October 21, 2021

USDA Hatches Plan to Reduce Illnesses From Salmonella

How do you tackle a public health problem that sickens 1.3 million people every year?  In a brilliant flash of sanity, the U.S. Department of Agriculture’s Food Safety and Inspection Service (USDA FSIS) has decided to abandon its decades-long “Buyer Beware” Salmonella strategy and made a new plan.  A Salmonella Action Plan.

Petri DishAt the top of the list is “modernizing the outdated poultry slaughter inspection system,”  which FSIS estimates will result in a reduction of at least 4,286 cases of salmonellosis each year. Also included in the plan: developing new performance and sampling standards, and creating enforcement strategies that link sanitary dressing problems to Salmonella issues.

“This plan is a step in the right direction, but a more straightforward approach would be to declare Salmonella an adulterant,” said food safety attorney Fred Pritzker, publisher of Food Poisoning Bulletin. Because the USDA does not consider Salmonella an adulterant, contaminated raw poultry and meat products can be legally sold to retailers and consumers. Even poultry and meat that is contaminated with enough pathogenic bacteria that it can cause human illness. That issue that was highlighted when chicken produced by Foster Farms was identified as the source of a Salmonella outbreak twice this year and the company did not issue a recall.

At least 523 people have been sickened in the two Foster Farms Salmonella outbreaks announced this year. The current outbreak includes cases from 23 states. The six outbreak strains, several of which are resistant to multiple drugs, are causing illness that is more severe than is typically reported from Salmonella. The hospitalization rate is twice the average,  and patients have developed the life-threatening complication of the bacterial infection entering the bloodstream at three times the average rate.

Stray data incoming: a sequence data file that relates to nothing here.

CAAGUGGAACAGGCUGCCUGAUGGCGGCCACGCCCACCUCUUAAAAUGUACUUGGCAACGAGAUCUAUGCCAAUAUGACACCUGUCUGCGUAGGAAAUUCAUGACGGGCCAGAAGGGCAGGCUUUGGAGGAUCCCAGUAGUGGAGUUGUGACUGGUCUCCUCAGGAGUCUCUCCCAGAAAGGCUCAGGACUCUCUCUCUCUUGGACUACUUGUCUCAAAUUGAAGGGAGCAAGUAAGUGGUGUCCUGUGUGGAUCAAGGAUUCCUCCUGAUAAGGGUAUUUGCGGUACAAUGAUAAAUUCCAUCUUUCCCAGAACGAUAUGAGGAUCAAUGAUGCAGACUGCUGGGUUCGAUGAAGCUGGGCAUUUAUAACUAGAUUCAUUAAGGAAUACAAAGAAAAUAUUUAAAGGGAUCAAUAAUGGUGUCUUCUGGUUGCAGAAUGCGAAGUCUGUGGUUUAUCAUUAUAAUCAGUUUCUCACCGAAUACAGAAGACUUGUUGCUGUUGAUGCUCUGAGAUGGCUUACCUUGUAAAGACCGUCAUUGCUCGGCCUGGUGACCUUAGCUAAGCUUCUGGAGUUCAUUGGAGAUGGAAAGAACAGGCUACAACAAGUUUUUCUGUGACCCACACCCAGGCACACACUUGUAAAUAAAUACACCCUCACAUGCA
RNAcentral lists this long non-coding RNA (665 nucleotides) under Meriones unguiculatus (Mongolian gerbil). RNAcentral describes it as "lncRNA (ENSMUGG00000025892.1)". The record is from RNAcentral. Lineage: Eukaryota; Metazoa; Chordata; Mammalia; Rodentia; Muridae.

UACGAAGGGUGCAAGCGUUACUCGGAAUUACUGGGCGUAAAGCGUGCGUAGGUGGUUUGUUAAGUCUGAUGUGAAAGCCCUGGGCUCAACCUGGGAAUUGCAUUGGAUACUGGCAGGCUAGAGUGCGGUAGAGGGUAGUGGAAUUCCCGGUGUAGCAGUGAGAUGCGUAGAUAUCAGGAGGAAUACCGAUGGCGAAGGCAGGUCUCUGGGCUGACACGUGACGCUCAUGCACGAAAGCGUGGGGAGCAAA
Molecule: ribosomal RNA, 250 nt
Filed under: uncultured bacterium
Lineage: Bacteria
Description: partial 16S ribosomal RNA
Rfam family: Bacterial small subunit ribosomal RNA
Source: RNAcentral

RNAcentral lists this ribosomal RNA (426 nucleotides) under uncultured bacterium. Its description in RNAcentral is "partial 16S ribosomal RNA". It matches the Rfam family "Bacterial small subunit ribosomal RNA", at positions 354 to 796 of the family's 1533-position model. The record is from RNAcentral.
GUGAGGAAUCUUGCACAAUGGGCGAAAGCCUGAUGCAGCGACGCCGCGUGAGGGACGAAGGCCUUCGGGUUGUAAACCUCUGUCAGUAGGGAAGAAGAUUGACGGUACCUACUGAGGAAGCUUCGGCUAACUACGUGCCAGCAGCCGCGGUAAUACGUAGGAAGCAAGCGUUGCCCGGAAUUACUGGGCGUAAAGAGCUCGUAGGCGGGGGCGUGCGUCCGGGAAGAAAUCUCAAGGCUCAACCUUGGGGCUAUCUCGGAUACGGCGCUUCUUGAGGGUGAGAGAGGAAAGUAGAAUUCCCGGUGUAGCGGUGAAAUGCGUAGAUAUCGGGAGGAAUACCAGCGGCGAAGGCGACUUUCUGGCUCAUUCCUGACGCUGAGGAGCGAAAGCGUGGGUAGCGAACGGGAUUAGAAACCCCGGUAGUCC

Of the 1.3 million Americans sickened by Salmonella each year, about 15,000 are hospitalized and about 4,000 die. Salmonella infections can also trigger long-term health conditions such as reactive arthritis, inflammation of the heart, spine, tendons and eye membranes; high blood pressure; and reactive arthritis. Direct medical costs associated with the treatment of Salmonella food poisoning total about $1 million each day, according to the Centers for Disease Control and Prevention (CDC).




  1. This is totally crazy that products that are known to be contaminated with salmonella can be legally sold. What is the USDA thinking? My only guess it that products will have salmonella in them no matter what, and the only way to produce safe foods is to cook it properly and pay attention to holding times. I remember Foster Farms telling consumers “It is your fault. You did not cook it properly. The only way to cook it properly is to take it’s temperature.”

    • Linda Larsen says

      I completely agree. Unfortunately, consumers must treat raw meat and eggs (and flour) as ticking time bombs. The problem with putting the onus on consumers for handling contaminated food is that the tiniest slip or mistake can result in someone getting sick. Just one drop of liquid from a contaminated chicken can make everyone in a family sick.

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